Psychology

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Anthologies by authors that reproduce previous writings do not always make the best reading and can appear unconnected, dated, and stale.

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The Man Who Couldn’t Stop: OCD and the True Story of a Life Lost in Thought is a gripping memoir that blends personal experience with history and complex empirical research.

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Sports writers, at least the really good ones, have always seemed to be philosophers driven to make a living or pay back their college education loans.

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If you are going to read one book on parenting this year, make it The Collapse of Parenting by Leonard Sax.

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Tales from the Couch is an interesting book and will likely appeal to non-professional readers.

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“Whether you are a believer, an agnostic, or an atheist, this book is about you.”

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Sheila Hamilton and her daughter Sophie suffered unimaginably and yet found their way to wholeness again. Both were entirely upended by the behavior and suicide of their husband and father, David.

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an illuminating linguistic, cartographic, and historical exploration of Parisian lusts.”

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“We neglect our bodies because we underestimate their intelligence . . .”

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Jane McGonigal has been acclaimed for decades for her theories in gaming and the value of games in relation to positive psychology and problem solving; however, it wasn’t until 2009, when she suffe

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“Sometimes it feels like Big Brother is watching—even when he’s not.”

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The New Politics of Experience and the Bitter Herbs by Theodor Itten and Ron Roberts is a bold challenge and daring call.

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“The case Dr. Zayas makes for immigration reform is compelling . . .”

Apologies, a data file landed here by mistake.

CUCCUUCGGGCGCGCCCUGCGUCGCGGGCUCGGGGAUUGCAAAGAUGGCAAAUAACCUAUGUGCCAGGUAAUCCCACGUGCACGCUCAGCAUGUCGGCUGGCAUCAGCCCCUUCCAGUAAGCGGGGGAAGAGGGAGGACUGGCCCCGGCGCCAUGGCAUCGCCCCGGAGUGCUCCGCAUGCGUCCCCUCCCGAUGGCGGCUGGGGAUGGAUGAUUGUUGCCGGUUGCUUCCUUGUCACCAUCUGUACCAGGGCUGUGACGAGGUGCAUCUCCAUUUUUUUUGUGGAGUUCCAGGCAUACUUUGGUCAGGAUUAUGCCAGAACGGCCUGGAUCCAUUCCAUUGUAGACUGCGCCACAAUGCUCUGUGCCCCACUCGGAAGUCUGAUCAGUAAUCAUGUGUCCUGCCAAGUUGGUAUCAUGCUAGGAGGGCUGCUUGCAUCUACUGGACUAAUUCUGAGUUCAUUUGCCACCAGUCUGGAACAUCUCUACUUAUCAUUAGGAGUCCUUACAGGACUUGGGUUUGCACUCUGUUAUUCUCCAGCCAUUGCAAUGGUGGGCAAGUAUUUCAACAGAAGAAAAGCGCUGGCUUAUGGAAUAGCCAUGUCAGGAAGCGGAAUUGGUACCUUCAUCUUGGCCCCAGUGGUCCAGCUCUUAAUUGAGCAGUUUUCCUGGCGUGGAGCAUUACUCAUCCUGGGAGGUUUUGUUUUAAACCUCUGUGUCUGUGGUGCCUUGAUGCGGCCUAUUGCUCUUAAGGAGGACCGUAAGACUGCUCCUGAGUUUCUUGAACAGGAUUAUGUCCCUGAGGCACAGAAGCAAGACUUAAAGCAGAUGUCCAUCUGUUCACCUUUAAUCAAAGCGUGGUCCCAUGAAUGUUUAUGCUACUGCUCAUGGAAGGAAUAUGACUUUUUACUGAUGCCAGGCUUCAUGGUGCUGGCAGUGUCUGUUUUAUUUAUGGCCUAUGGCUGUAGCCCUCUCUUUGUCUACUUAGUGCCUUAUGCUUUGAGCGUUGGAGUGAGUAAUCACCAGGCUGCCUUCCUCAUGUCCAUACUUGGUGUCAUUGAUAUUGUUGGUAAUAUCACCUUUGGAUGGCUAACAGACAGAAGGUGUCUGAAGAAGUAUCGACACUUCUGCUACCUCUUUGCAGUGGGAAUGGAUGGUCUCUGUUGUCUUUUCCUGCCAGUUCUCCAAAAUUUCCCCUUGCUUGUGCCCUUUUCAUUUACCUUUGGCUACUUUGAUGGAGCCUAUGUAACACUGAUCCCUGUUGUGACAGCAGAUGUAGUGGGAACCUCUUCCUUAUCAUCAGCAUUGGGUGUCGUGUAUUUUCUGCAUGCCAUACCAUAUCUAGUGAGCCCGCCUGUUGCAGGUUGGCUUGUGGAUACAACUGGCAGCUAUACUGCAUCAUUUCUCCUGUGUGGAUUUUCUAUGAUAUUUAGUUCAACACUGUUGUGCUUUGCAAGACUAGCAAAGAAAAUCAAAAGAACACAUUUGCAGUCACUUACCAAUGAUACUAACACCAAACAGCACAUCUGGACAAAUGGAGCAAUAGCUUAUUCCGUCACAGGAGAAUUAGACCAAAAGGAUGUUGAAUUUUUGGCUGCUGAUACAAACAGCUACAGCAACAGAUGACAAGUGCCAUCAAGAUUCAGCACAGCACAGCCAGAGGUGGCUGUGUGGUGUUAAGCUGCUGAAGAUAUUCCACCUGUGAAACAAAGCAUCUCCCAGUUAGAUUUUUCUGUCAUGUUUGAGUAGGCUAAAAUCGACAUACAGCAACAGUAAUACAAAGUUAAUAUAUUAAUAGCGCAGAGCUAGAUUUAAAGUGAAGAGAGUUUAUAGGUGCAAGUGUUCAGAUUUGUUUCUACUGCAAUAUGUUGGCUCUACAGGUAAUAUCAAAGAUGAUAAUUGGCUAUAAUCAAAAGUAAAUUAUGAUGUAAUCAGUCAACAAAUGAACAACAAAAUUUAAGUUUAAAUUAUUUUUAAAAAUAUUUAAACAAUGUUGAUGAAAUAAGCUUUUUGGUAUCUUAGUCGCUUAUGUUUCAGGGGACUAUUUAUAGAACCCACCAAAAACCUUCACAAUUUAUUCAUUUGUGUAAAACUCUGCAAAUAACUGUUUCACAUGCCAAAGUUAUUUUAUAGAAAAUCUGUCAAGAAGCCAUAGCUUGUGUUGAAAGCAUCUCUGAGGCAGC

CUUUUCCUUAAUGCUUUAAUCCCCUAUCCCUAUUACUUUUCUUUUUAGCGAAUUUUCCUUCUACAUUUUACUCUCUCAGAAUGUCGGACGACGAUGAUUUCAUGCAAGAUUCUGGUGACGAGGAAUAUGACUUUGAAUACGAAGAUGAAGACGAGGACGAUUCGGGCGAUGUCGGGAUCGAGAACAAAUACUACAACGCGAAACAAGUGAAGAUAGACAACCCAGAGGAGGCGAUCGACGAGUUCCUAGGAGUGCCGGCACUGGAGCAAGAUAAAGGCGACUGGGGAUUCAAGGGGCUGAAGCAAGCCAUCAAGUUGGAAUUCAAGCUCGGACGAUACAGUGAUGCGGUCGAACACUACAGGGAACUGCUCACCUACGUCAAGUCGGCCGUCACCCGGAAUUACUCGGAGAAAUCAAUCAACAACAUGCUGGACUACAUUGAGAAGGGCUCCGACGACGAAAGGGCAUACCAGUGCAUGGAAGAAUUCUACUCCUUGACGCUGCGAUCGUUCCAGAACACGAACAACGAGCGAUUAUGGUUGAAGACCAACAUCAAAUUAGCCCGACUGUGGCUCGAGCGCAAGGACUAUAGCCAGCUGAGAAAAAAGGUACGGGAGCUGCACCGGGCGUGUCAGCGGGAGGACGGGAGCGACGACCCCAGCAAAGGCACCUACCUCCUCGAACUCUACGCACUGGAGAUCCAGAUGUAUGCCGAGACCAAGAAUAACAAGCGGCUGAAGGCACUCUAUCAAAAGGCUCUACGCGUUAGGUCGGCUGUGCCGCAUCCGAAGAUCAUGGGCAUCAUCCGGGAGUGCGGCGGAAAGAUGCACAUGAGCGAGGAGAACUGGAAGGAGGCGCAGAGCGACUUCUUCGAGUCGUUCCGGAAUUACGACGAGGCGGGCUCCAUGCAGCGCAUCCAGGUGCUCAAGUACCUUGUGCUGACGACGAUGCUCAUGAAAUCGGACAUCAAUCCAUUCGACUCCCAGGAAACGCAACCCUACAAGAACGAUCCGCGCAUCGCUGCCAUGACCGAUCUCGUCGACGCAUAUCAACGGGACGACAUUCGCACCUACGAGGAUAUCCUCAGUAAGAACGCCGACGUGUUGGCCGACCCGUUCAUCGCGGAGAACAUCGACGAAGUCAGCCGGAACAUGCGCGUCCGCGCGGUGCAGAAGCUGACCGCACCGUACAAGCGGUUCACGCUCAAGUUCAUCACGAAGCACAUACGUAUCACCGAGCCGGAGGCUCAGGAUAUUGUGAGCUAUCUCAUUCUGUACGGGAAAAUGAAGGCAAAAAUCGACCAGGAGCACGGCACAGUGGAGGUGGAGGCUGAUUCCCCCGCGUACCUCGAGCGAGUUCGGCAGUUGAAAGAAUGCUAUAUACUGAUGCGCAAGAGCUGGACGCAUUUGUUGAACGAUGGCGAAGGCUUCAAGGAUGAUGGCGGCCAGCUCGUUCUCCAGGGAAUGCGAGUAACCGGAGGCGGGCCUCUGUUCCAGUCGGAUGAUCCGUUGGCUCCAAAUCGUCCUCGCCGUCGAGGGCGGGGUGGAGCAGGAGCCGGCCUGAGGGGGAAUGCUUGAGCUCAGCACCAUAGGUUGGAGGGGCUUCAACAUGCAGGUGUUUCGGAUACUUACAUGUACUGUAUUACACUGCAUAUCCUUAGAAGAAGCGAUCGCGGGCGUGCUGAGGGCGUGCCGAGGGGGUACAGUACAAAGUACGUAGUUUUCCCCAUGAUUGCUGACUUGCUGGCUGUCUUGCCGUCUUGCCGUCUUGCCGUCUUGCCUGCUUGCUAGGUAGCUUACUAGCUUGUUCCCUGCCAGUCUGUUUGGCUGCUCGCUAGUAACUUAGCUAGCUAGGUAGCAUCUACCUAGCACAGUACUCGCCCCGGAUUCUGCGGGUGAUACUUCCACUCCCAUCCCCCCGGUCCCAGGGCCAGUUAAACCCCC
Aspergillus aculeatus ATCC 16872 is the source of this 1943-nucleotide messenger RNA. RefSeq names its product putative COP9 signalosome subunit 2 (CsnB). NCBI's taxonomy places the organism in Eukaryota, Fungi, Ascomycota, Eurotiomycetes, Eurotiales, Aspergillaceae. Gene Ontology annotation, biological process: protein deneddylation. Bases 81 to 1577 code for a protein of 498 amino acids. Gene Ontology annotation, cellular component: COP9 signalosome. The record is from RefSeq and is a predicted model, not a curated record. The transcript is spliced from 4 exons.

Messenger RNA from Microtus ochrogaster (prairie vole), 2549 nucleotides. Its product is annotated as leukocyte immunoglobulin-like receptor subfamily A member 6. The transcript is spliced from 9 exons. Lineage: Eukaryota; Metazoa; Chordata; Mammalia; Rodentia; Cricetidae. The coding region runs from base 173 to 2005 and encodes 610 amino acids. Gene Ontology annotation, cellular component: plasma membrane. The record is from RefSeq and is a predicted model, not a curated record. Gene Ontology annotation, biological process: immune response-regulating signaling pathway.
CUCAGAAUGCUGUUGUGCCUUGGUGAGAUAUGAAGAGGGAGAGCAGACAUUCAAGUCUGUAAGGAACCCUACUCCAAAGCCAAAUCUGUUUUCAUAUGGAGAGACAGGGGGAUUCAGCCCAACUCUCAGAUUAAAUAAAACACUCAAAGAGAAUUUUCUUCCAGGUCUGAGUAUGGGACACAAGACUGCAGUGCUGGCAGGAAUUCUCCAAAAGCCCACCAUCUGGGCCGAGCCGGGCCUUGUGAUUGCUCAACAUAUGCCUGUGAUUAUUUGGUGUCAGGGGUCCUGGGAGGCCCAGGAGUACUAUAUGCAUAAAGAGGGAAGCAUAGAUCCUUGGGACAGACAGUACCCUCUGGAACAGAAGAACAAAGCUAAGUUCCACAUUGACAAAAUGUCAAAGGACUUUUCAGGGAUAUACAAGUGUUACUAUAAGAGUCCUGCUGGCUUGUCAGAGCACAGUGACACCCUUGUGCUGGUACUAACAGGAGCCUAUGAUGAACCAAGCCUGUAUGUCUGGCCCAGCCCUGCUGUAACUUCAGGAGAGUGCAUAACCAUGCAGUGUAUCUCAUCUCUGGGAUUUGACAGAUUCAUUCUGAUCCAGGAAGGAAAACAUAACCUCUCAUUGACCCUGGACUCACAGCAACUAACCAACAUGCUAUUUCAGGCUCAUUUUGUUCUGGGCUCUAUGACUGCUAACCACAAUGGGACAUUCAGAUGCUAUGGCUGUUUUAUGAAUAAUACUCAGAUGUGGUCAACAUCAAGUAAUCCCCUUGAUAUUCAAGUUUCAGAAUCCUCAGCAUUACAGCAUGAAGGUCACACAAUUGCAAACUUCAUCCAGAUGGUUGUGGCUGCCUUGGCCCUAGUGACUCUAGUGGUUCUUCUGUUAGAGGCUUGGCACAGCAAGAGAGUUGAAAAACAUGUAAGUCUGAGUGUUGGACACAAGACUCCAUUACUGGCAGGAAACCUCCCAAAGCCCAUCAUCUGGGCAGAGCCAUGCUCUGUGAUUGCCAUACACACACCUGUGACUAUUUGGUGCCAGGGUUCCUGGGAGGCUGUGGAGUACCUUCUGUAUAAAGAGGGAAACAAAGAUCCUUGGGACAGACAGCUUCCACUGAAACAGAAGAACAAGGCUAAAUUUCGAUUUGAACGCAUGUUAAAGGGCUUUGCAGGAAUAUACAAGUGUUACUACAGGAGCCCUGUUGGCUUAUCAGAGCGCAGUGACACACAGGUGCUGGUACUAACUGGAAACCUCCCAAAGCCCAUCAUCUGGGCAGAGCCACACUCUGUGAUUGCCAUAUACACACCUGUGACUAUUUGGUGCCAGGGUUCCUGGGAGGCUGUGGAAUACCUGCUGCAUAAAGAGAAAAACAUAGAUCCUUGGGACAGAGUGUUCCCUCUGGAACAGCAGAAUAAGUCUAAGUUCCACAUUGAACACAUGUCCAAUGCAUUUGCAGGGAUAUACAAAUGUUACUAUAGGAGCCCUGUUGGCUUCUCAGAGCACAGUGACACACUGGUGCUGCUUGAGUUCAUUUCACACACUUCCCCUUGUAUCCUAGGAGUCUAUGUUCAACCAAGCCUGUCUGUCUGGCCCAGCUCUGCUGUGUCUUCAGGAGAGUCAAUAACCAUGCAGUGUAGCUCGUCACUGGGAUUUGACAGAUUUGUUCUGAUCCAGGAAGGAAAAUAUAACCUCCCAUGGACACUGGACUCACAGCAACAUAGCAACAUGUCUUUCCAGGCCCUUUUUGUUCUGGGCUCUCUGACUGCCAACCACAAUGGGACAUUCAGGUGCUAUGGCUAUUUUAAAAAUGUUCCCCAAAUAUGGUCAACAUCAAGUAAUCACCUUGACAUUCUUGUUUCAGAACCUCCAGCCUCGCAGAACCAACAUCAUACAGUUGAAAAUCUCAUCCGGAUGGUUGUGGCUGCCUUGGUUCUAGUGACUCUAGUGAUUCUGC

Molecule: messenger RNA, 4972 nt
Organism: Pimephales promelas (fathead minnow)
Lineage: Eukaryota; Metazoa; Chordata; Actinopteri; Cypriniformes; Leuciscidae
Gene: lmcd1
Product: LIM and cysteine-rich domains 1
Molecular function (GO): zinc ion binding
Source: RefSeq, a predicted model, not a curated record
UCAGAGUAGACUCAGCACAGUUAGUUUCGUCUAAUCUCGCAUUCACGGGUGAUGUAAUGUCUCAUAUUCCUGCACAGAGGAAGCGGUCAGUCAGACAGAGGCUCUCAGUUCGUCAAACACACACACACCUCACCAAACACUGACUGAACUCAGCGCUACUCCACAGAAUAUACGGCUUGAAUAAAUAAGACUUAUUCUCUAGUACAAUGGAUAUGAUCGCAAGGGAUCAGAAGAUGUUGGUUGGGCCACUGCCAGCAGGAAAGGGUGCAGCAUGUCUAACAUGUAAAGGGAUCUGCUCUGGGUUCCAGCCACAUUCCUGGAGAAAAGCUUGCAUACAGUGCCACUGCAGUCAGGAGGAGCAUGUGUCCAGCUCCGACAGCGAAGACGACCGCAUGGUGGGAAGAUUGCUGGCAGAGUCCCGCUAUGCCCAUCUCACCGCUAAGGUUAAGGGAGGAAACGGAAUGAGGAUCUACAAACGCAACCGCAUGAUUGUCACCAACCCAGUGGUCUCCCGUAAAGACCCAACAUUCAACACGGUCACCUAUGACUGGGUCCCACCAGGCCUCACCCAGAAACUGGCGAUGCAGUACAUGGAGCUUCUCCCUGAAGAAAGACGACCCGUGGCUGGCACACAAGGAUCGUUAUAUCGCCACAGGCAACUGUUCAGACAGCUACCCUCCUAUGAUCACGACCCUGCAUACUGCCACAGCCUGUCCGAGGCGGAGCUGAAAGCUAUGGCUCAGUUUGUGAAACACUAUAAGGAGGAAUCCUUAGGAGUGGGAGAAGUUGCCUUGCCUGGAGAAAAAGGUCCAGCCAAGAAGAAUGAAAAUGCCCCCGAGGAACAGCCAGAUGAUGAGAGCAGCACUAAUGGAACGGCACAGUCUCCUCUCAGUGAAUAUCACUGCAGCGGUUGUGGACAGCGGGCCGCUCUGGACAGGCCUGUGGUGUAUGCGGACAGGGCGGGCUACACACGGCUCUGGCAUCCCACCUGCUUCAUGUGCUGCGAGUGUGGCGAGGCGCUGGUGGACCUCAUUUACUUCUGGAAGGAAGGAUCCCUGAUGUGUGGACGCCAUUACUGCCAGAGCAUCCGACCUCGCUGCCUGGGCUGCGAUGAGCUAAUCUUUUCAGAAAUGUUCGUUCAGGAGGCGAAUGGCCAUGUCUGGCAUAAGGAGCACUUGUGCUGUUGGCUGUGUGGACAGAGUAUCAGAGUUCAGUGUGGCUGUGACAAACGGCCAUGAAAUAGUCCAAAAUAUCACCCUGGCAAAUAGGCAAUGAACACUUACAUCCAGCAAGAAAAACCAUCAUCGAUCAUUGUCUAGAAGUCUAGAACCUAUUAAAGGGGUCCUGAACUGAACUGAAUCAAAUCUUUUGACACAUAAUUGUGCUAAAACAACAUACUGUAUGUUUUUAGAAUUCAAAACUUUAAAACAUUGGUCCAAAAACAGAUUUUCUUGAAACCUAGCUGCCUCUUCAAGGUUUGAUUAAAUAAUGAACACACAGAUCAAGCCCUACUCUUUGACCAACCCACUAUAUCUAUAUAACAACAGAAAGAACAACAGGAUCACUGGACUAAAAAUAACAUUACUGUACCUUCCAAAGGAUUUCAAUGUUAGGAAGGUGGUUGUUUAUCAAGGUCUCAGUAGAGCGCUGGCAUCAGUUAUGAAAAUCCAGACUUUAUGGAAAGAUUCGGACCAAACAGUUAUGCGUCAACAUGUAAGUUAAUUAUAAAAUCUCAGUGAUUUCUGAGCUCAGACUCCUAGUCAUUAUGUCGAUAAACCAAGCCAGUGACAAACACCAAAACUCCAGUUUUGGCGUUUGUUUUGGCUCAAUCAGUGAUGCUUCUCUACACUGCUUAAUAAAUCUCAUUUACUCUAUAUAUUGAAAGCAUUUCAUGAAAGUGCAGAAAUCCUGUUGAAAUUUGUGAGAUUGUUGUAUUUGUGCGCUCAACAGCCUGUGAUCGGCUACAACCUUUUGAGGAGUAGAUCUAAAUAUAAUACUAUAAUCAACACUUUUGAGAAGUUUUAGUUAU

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“a collection of tightly written and deeply moving testaments to the brevity of life and the existential imperative to live it well.”

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“What you say and what the other hears won’t coincide. There are gaps between . . . what we say and what we mean.”

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“We don’t like mental illness. We have no time or desire to engage with it in others except as something to gawp at and to define ourselves against.”

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"The lack of direct immersion and the increasing rarity of actual face-to-face interactions are the true cause of our anomie . . .

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“Kudos to Dr. Biglan for daring to write this book, and let’s hope for all of our sakes that policy makers adopt some of the principles.”

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“Anything we practice repeatedly changes the brain; fixate on iPhones and similar screens, and we become better at staying helplessly glued to them.”

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The Price of Silence is a concise, heartfelt addition to books about mental illness.”

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There are very few books that cover the field of psychiatry in all its complexities and do so in a clear and easily read format.

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“The text encourages the reader in critical thinking about the topics raised—whether they be thematic, case studies, theoretical, or simply thought experiments—a seemingly unwieldy amount o

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Hard to Love is a courageous endeavor that simplifies a very complex, enigmatic disorder and clarifies both symptoms and solutions.

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This book is like a key to opening doors across educational and medical landscapes. . . .

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“. . . young people today have the greatest communication and creativity tools ever devised, but the stuff they’re creating stinks.”

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